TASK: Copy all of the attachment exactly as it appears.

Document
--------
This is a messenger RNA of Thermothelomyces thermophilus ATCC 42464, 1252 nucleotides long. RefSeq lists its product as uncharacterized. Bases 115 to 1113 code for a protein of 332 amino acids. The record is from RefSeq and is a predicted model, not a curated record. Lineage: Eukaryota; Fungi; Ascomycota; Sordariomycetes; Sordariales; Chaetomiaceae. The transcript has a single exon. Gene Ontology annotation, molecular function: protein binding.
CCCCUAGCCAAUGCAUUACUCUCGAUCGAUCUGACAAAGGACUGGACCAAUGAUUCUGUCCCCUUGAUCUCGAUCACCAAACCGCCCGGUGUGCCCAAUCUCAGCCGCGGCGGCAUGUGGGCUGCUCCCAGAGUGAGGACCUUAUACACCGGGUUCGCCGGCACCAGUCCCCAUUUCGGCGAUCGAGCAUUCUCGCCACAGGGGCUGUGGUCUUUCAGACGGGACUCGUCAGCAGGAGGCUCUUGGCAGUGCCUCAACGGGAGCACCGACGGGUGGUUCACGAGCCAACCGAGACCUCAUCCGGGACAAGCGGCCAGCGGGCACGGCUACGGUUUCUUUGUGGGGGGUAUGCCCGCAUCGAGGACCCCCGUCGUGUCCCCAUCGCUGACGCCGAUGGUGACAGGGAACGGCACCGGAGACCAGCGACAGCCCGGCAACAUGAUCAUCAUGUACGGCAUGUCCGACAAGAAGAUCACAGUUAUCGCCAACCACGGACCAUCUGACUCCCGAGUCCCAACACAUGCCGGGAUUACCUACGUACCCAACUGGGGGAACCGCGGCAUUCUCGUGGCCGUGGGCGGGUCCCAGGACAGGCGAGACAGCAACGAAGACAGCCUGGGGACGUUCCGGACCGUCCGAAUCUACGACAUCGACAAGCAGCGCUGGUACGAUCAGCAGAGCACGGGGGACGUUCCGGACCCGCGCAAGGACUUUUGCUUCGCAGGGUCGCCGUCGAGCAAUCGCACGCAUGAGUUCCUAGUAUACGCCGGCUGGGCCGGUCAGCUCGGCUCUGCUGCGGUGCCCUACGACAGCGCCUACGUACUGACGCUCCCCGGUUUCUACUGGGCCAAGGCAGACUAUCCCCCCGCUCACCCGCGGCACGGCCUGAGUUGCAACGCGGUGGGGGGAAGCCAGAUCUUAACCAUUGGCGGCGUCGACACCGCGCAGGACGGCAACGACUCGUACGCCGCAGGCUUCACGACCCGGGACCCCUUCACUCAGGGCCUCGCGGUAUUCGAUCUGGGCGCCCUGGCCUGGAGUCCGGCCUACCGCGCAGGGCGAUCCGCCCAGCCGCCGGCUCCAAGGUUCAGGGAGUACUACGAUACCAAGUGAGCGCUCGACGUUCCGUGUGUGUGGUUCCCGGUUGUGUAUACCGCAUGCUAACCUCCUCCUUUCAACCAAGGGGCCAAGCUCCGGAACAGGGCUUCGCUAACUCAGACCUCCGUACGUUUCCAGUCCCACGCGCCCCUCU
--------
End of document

This is a messenger RNA of Thermothelomyces thermophilus ATCC 42464, 1252 nucleotides long. RefSeq lists its product as uncharacterized. Bases 115 to 1113 code for a protein of 332 amino acids. The record is from RefSeq and is a predicted model, not a curated record. Lineage: Eukaryota; Fungi; Ascomycota; Sordariomycetes; Sordariales; Chaetomiaceae. The transcript has a single exon. Gene Ontology annotation, molecular function: protein binding.
CCCCUAGCCAAUGCAUUACUCUCGAUCGAUCUGACAAAGGACUGGACCAAUGAUUCUGUCCCCUUGAUCUCGAUCACCAAACCGCCCGGUGUGCCCAAUCUCAGCCGCGGCGGCAUGUGGGCUGCUCCCAGAGUGAGGACCUUAUACACCGGGUUCGCCGGCACCAGUCCCCAUUUCGGCGAUCGAGCAUUCUCGCCACAGGGGCUGUGGUCUUUCAGACGGGACUCGUCAGCAGGAGGCUCUUGGCAGUGCCUCAACGGGAGCACCGACGGGUGGUUCACGAGCCAACCGAGACCUCAUCCGGGACAAGCGGCCAGCGGGCACGGCUACGGUUUCUUUGUGGGGGGUAUGCCCGCAUCGAGGACCCCCGUCGUGUCCCCAUCGCUGACGCCGAUGGUGACAGGGAACGGCACCGGAGACCAGCGACAGCCCGGCAACAUGAUCAUCAUGUACGGCAUGUCCGACAAGAAGAUCACAGUUAUCGCCAACCACGGACCAUCUGACUCCCGAGUCCCAACACAUGCCGGGAUUACCUACGUACCCAACUGGGGGAACCGCGGCAUUCUCGUGGCCGUGGGCGGGUCCCAGGACAGGCGAGACAGCAACGAAGACAGCCUGGGGACGUUCCGGACCGUCCGAAUCUACGACAUCGACAAGCAGCGCUGGUACGAUCAGCAGAGCACGGGGGACGUUCCGGACCCGCGCAAGGACUUUUGCUUCGCAGGGUCGCCGUCGAGCAAUCGCACGCAUGAGUUCCUAGUAUACGCCGGCUGGGCCGGUCAGCUCGGCUCUGCUGCGGUGCCCUACGACAGCGCCUACGUACUGACGCUCCCCGGUUUCUACUGGGCCAAGGCAGACUAUCCCCCCGCUCACCCGCGGCACGGCCUGAGUUGCAACGCGGUGGGGGGAAGCCAGAUCUUAACCAUUGGCGGCGUCGACACCGCGCAGGACGGCAACGACUCGUACGCCGCAGGCUUCACGACCCGGGACCCCUUCACUCAGGGCCUCGCGGUAUUCGAUCUGGGCGCCCUGGCCUGGAGUCCGGCCUACCGCGCAGGGCGAUCCGCCCAGCCGCCGGCUCCAAGGUUCAGGGAGUACUACGAUACCAAGUGAGCGCUCGACGUUCCGUGUGUGUGGUUCCCGGUUGUGUAUACCGCAUGCUAACCUCCUCCUUUCAACCAAGGGGCCAAGCUCCGGAACAGGGCUUCGCUAACUCAGACCUCCGUACGUUUCCAGUCCCACGCGCCCCUCU